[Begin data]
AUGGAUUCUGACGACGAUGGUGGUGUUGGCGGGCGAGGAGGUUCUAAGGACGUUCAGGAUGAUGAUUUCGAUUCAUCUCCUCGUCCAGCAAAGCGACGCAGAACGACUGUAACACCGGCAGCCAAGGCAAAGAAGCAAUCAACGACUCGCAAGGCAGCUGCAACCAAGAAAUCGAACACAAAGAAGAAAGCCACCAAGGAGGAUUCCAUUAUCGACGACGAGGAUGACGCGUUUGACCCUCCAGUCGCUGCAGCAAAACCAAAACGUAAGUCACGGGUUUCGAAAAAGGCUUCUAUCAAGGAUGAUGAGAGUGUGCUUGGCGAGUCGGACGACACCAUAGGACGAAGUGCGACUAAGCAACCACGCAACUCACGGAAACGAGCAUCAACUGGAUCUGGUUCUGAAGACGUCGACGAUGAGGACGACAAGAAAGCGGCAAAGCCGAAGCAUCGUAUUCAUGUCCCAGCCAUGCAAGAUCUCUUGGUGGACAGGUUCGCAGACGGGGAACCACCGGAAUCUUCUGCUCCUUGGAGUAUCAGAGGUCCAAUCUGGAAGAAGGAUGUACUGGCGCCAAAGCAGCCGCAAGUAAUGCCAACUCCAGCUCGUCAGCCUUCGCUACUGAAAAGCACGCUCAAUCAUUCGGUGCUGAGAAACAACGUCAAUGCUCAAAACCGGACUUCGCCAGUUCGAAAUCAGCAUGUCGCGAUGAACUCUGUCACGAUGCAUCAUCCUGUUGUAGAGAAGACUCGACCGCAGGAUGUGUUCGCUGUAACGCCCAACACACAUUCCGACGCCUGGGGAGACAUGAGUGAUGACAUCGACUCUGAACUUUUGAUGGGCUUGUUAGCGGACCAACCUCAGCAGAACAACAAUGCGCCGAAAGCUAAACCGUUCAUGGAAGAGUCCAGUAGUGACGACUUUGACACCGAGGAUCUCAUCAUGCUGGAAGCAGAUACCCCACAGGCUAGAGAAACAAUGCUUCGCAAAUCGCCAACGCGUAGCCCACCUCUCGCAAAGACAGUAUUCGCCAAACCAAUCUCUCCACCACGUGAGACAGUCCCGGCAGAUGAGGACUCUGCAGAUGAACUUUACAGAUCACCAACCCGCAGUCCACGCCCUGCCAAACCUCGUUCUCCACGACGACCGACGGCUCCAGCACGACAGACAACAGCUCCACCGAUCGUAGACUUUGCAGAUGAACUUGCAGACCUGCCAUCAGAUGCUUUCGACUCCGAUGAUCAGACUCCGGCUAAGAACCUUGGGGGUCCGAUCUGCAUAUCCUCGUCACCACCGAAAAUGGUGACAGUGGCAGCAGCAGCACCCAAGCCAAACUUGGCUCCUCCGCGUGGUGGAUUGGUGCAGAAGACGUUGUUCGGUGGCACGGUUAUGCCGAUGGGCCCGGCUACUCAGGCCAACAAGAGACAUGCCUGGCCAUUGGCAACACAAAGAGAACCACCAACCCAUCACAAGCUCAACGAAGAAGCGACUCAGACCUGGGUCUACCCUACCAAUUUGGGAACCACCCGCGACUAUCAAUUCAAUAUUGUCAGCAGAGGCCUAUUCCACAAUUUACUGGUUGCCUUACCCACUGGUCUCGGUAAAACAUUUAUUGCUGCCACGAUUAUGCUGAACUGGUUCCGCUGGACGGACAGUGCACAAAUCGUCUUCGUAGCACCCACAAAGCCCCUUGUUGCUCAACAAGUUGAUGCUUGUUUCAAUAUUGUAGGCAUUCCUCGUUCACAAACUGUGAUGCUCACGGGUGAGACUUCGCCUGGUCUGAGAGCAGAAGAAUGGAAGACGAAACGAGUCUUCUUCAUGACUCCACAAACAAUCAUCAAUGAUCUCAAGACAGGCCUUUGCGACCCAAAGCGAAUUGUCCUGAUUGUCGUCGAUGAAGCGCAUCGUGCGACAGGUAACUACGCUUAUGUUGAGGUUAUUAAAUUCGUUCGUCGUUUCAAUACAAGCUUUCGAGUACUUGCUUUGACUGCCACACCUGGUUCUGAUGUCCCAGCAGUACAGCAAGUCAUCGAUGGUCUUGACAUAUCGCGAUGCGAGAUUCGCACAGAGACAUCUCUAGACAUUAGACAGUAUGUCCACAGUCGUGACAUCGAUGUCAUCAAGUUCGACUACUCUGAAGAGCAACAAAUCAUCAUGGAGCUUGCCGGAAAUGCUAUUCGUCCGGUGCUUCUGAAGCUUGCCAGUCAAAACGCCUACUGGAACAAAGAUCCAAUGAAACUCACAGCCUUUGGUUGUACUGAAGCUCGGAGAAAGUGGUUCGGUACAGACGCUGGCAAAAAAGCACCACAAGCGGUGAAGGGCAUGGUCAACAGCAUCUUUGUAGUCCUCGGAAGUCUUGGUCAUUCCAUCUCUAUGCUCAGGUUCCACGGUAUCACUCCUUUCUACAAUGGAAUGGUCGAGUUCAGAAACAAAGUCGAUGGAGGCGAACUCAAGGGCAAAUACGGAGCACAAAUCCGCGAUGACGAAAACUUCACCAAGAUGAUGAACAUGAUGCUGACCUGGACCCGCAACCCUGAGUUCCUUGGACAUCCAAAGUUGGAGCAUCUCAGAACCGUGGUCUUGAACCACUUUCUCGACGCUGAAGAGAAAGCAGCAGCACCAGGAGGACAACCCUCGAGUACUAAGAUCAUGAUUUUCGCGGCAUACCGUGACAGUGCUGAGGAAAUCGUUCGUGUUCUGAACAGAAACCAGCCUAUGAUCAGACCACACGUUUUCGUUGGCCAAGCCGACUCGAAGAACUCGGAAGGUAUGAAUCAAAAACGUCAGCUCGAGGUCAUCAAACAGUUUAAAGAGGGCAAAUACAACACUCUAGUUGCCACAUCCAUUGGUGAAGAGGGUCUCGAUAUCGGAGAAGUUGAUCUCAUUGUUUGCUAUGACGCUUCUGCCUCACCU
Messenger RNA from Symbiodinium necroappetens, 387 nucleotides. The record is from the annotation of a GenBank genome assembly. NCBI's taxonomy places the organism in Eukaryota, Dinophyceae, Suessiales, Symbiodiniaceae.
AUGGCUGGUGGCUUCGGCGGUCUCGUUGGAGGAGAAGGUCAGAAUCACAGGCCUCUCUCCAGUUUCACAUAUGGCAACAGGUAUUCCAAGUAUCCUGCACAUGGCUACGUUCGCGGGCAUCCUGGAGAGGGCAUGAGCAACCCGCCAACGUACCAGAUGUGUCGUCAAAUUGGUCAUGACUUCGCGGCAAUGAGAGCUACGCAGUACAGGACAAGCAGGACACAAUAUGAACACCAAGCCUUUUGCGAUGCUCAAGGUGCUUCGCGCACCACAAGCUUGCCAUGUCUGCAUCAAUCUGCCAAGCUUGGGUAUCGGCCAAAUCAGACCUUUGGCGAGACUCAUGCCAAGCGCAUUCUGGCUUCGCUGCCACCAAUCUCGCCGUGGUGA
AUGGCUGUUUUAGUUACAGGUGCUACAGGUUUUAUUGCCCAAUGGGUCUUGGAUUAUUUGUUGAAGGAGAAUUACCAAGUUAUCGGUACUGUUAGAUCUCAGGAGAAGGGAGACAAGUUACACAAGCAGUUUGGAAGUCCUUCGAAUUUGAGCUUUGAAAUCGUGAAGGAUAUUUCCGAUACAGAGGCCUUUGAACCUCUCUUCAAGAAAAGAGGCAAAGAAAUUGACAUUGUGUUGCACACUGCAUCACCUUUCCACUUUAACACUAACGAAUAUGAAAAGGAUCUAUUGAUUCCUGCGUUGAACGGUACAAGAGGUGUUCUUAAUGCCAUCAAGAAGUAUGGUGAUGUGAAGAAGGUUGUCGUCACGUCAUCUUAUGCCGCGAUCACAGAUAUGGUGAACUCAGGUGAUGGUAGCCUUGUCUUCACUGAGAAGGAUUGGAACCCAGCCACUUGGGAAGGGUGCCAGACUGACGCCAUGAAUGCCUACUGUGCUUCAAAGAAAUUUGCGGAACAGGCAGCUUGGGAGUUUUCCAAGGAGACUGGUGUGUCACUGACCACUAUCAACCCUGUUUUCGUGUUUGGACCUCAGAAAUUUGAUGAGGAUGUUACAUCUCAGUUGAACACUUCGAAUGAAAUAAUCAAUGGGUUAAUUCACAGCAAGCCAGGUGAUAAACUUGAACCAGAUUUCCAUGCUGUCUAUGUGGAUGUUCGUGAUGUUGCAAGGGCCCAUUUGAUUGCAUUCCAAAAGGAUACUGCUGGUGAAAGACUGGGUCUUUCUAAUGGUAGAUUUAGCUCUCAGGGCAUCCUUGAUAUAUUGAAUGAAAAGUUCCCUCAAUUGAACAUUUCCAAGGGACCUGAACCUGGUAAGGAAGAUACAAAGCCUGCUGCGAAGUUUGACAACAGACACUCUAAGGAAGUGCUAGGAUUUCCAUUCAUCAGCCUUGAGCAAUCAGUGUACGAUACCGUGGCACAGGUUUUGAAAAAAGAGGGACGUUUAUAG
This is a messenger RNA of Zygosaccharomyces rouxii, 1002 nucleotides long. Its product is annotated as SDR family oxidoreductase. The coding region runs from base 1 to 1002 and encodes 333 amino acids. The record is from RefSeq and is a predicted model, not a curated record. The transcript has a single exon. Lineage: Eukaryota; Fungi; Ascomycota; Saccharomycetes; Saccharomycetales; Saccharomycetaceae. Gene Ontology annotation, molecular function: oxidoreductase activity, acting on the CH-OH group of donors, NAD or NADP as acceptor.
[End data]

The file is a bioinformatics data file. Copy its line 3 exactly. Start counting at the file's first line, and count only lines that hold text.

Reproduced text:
AUGGCUGGUGGCUUCGGCGGUCUCGUUGGAGGAGAAGGUCAGAAUCACAGGCCUCUCUCCAGUUUCACAUAUGGCAACAGGUAUUCCAAGUAUCCUGCACAUGGCUACGUUCGCGGGCAUCCUGGAGAGGGCAUGAGCAACCCGCCAACGUACCAGAUGUGUCGUCAAAUUGGUCAUGACUUCGCGGCAAUGAGAGCUACGCAGUACAGGACAAGCAGGACACAAUAUGAACACCAAGCCUUUUGCGAUGCUCAAGGUGCUUCGCGCACCACAAGCUUGCCAUGUCUGCAUCAAUCUGCCAAGCUUGGGUAUCGGCCAAAUCAGACCUUUGGCGAGACUCAUGCCAAGCGCAUUCUGGCUUCGCUGCCACCAAUCUCGCCGUGGUGA